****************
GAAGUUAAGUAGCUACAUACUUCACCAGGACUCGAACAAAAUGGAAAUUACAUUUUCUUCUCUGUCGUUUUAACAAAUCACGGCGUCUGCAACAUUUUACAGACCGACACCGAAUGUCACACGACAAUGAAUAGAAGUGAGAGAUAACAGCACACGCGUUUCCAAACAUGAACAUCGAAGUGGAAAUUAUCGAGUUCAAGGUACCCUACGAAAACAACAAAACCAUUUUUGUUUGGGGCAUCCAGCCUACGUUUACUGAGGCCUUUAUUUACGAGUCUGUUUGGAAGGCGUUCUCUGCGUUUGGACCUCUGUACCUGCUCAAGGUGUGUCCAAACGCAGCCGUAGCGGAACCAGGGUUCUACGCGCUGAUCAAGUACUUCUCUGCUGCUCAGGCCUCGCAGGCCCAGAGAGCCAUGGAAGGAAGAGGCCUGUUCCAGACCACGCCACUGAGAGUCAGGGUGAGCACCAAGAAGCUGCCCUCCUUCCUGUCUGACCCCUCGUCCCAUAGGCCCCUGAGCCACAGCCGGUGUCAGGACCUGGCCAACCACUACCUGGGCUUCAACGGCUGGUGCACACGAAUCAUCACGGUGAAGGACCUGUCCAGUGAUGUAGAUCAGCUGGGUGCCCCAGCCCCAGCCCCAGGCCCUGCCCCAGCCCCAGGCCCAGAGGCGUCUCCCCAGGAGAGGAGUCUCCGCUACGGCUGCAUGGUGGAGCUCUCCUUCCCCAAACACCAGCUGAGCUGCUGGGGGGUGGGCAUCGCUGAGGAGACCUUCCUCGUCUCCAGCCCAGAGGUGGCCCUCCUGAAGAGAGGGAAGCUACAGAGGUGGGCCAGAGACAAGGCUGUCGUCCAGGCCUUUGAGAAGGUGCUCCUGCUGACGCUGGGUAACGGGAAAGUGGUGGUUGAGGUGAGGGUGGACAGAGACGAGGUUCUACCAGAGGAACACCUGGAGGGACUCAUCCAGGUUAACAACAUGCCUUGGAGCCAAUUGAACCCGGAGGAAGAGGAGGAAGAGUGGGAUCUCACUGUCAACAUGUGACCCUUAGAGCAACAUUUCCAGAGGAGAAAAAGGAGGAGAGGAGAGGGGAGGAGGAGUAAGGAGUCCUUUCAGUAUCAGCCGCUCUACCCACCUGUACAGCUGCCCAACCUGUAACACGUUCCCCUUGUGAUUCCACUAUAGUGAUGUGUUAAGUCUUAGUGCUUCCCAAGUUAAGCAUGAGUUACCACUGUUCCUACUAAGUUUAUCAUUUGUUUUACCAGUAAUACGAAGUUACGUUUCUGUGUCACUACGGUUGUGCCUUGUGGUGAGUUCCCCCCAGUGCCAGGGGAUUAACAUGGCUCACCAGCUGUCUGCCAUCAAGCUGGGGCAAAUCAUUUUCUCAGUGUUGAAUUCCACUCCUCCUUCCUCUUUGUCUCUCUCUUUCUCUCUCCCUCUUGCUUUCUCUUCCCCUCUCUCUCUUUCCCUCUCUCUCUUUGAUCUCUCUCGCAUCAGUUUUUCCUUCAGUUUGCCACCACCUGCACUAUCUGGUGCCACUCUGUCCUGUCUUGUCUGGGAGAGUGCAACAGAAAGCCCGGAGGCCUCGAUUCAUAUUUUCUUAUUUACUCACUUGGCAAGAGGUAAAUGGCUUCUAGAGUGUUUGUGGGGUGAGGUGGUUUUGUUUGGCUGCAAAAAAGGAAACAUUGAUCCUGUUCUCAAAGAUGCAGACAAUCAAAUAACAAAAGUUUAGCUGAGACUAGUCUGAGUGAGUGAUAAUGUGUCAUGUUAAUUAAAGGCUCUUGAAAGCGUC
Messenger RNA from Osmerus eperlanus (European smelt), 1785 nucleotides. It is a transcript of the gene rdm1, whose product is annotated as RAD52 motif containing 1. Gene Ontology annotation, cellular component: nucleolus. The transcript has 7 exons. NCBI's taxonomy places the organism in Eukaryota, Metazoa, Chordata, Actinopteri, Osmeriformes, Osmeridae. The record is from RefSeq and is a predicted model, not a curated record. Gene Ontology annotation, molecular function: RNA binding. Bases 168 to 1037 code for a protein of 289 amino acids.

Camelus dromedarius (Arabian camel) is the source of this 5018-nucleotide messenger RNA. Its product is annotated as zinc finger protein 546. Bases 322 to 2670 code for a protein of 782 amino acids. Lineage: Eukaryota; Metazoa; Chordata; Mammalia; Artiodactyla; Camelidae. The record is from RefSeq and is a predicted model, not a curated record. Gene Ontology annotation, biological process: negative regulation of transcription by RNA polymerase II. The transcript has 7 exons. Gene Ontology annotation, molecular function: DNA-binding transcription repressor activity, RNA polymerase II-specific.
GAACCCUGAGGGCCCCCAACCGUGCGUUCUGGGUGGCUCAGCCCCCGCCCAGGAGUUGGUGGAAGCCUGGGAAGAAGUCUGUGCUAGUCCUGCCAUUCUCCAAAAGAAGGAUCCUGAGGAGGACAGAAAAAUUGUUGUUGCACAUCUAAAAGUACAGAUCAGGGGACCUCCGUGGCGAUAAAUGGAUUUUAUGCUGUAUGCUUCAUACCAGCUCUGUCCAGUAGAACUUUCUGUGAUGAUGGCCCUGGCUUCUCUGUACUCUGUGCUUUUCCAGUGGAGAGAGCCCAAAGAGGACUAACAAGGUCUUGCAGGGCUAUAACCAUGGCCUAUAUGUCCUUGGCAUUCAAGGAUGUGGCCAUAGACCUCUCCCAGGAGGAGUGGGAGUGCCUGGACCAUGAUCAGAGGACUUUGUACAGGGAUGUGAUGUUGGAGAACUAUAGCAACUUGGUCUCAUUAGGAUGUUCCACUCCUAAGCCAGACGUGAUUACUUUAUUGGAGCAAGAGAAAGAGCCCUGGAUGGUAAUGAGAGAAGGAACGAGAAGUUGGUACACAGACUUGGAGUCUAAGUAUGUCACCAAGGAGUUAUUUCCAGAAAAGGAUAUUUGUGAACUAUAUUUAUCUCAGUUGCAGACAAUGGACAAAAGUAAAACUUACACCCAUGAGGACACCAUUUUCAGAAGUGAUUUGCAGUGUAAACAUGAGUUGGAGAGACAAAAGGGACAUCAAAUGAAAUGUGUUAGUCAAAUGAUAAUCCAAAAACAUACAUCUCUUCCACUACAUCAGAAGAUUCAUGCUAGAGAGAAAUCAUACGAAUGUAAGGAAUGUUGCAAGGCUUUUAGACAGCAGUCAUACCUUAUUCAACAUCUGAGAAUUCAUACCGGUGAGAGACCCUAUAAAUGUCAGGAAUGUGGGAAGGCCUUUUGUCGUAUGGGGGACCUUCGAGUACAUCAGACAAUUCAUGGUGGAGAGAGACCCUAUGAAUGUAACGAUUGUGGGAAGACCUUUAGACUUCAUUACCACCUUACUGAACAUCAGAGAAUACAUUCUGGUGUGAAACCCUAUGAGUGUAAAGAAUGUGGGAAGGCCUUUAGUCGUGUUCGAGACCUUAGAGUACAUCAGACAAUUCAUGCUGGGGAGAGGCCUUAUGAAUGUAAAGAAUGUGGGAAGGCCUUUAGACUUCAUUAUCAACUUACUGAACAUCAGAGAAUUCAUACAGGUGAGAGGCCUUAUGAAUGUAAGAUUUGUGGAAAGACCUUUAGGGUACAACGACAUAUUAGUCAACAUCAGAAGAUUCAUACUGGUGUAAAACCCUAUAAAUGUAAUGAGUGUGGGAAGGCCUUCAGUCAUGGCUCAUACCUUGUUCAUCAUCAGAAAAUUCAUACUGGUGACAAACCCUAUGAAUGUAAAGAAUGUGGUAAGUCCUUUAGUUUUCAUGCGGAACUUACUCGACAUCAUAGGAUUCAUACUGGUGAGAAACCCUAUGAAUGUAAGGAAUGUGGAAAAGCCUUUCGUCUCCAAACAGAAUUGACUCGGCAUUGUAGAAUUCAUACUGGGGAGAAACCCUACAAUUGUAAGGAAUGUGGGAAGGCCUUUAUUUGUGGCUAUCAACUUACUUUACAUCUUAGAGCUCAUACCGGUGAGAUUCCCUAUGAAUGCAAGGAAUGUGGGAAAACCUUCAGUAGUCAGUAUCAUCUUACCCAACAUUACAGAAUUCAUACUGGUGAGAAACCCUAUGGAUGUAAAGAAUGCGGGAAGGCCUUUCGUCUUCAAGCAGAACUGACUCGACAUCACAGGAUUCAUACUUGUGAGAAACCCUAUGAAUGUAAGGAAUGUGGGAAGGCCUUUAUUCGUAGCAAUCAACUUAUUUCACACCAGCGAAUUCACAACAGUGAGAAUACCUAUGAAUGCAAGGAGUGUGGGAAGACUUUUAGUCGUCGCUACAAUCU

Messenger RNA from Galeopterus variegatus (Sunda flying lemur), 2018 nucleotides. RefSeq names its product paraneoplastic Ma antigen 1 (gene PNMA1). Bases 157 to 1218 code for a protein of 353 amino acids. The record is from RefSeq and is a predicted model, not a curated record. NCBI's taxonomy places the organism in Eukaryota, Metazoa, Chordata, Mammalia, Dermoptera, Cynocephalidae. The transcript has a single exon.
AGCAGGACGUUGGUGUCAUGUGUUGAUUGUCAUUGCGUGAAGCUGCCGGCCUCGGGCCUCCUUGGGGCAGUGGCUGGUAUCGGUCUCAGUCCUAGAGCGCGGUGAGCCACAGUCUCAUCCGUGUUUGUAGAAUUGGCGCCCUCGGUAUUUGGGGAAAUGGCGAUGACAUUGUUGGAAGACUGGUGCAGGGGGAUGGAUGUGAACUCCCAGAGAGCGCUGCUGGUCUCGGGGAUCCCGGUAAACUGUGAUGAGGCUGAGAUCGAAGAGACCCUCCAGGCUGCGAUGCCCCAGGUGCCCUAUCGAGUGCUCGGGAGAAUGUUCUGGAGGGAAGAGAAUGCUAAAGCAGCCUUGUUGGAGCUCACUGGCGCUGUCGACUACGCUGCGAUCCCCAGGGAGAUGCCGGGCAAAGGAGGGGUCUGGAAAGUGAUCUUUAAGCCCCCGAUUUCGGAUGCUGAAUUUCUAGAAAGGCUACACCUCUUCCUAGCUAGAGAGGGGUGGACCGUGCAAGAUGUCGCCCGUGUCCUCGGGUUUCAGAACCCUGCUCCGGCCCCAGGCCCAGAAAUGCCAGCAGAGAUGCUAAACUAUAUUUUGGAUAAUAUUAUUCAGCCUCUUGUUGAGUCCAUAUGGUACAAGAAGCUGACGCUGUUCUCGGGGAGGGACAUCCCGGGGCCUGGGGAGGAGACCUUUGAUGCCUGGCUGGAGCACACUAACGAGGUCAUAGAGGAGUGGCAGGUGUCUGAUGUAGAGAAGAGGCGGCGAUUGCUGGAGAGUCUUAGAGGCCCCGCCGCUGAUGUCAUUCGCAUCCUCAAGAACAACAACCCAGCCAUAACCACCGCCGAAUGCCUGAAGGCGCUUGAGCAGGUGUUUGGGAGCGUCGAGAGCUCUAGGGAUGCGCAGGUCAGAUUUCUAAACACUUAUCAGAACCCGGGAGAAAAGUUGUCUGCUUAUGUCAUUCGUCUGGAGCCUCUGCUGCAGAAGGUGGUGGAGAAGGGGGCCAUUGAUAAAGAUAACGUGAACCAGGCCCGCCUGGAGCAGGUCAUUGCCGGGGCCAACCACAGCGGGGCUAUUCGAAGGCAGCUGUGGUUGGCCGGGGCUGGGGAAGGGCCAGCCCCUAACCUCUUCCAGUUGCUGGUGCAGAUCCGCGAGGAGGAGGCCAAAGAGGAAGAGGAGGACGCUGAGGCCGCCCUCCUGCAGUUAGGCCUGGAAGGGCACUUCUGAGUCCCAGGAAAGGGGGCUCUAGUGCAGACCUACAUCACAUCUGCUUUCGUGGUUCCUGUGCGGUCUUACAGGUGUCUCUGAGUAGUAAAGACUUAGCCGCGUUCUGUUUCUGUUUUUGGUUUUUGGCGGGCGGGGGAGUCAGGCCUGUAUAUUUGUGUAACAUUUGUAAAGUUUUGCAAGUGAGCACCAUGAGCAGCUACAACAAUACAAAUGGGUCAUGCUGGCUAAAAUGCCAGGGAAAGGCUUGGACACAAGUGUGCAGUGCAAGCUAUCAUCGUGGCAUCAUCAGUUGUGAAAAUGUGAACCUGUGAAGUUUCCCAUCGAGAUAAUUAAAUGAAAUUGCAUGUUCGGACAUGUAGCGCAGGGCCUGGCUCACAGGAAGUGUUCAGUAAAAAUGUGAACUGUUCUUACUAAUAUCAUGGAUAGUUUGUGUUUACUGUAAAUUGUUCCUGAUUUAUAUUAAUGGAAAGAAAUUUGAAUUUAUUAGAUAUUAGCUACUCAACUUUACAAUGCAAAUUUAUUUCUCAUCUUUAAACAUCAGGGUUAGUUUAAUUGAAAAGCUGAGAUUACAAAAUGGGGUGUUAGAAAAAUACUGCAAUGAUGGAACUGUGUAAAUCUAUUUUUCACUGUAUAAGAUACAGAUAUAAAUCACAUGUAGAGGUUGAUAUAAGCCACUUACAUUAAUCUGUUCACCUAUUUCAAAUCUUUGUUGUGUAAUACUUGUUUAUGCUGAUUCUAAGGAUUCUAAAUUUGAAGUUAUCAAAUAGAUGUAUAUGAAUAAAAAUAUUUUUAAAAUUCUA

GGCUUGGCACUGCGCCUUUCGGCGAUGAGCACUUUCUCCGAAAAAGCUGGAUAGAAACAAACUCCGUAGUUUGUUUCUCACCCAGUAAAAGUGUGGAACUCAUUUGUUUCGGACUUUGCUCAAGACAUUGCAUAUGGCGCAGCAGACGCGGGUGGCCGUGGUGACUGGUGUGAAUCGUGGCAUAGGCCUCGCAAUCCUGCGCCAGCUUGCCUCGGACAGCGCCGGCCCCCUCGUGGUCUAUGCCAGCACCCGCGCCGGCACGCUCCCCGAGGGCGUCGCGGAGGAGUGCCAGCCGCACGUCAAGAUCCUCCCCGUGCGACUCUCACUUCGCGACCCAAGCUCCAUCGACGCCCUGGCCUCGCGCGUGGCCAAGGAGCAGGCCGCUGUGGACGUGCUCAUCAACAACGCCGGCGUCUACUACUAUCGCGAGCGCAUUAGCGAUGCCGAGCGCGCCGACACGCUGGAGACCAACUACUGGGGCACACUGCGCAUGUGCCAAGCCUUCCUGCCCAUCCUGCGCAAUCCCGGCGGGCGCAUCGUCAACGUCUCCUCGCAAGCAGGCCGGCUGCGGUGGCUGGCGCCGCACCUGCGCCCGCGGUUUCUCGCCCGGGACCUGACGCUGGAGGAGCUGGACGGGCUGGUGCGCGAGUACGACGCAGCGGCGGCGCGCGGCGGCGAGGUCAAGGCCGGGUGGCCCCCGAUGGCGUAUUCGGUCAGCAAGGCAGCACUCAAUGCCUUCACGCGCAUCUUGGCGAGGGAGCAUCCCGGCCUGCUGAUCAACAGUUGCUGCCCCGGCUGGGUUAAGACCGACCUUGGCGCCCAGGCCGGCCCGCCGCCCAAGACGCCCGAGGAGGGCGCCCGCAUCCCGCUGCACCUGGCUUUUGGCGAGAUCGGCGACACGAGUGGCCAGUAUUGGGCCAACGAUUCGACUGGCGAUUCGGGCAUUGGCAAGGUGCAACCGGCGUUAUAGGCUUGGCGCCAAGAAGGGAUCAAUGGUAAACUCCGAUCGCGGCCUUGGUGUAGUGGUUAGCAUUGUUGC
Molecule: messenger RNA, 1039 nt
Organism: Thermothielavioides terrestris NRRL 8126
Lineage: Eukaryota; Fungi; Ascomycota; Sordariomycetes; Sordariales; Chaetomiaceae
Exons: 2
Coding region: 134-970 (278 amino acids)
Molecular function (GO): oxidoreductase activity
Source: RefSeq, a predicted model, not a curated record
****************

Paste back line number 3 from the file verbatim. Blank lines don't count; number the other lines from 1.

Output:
Camelus dromedarius (Arabian camel) is the source of this 5018-nucleotide messenger RNA. Its product is annotated as zinc finger protein 546. Bases 322 to 2670 code for a protein of 782 amino acids. Lineage: Eukaryota; Metazoa; Chordata; Mammalia; Artiodactyla; Camelidae. The record is from RefSeq and is a predicted model, not a curated record. Gene Ontology annotation, biological process: negative regulation of transcription by RNA polymerase II. The transcript has 7 exons. Gene Ontology annotation, molecular function: DNA-binding transcription repressor activity, RNA polymerase II-specific.